- In line with its mission to monitor influenza and respiratory viruses in France, the Institut Pasteur in Paris has mobilized teams at the French National Reference Center (CNR) for Respiratory Viruses and the Laboratory for Urgent Response to Biological Threats (CIBU) to confirm suspected cases of acute respiratory infection linked to the novel coronavirus (now named SARS-CoV-2). Thanks to the concerted efforts of these two laboratories, the Institut Pasteur is in a position to respond 24/7 to requests from health authorities as they deal with this previously unknown virus.
The Chinese delegation visited the laboratory run by Sylvie van der Werf, head of the National Reference Center for Respiratory Viruses at the Institut Pasteur. The Institut Pasteur tested samples taken from the first confirmed cases in tandem with the health authorities and hospitals that took the samples from these initial patients. This led to the Institut Pasteur announcing on January 31, 2020 that it had isolated strains of the novel coronavirus (SARS-CoV-2) detected in France. During this isolation process, the Institut Pasteur sequenced the entire genome of the novel coronavirus (SARS-CoV-2) and shared this sequence with the international scientific community. Genome sequencing has enabled viruses to be compared in order to reconstruct potential transmission chains in France and examine virus mutations at global level.
Isolating the virus responsible for the current outbreak paves the way to researching new diagnostic, therapeutic, and prophylactic approaches.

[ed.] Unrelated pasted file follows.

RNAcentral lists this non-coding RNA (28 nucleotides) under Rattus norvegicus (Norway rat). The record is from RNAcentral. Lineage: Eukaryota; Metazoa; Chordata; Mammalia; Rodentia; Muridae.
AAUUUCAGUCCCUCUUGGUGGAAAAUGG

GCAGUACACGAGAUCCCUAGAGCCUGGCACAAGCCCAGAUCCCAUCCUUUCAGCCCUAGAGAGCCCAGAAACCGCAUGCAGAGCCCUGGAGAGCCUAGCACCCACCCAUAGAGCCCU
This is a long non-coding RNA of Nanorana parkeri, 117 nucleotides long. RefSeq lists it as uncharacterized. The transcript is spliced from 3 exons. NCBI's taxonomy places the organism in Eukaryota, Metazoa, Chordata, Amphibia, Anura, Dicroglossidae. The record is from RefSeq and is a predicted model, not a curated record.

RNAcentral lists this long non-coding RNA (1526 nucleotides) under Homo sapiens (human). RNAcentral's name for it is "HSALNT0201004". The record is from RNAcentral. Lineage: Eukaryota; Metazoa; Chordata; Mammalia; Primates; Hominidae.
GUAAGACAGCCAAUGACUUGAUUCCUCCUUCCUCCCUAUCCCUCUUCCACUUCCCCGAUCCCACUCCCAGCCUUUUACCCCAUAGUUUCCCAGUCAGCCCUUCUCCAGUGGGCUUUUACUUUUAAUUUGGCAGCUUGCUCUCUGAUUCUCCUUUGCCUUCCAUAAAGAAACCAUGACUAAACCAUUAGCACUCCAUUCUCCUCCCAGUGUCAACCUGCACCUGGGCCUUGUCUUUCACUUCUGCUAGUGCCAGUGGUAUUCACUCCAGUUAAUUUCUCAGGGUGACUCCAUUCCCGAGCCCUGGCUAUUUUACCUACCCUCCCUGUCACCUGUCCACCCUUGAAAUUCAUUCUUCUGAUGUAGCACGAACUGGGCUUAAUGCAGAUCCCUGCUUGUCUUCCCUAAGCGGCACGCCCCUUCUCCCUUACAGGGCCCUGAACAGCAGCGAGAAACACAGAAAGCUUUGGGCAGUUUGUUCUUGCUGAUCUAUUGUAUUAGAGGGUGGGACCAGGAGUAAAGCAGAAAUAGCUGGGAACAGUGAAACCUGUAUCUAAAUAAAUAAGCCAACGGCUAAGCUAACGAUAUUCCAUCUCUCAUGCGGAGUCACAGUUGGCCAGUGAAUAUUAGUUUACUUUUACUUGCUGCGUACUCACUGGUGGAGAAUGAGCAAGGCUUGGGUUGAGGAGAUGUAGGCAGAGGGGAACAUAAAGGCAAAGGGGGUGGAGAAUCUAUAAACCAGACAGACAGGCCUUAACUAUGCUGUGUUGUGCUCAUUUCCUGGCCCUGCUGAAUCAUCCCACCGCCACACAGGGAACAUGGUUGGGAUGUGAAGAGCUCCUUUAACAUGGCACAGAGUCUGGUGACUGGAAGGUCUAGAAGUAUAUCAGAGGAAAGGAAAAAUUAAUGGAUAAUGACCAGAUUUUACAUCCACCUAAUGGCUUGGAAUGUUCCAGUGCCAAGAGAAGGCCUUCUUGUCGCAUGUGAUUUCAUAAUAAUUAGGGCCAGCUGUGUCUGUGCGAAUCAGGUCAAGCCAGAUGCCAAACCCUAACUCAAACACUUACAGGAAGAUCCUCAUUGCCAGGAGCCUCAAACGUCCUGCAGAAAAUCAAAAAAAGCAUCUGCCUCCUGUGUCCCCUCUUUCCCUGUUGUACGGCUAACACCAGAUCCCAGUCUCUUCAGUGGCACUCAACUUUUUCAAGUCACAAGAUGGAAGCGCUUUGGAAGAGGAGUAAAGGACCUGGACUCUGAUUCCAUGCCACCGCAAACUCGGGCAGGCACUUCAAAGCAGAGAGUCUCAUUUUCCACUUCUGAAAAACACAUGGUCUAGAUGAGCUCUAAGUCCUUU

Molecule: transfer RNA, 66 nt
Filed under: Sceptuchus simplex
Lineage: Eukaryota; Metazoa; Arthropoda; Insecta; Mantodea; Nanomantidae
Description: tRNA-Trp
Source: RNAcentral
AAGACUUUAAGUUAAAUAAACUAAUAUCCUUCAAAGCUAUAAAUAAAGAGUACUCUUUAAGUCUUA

In response to the announcement of the first cases and the declaration of the outbreak by the Chinese authorities, the Institut Pasteur in Paris has set up a task force for the novel coronavirus. One of the first jobs for the task force has been to identify three specific research areas in which the Institut Pasteur has particular expertise and to map its current projects to these areas. Several Institut Pasteur teams are represented on the task force, which will focus its research on various scientific areas:
- Understanding more about the virus and its pathogenesis;
- Developing new diagnostic tools and searching for antibodies that may have therapeutic applications;
- Vaccine development;
- Epidemiology and modeling to develop outbreak control strategies.
- Network member institutes in Asia have implemented a diagnostic test for the SARS-CoV-2 virus based on a protocol proposed by the University of Hong Kong, a WHO Collaborating Center. This test is now being rolled out globally.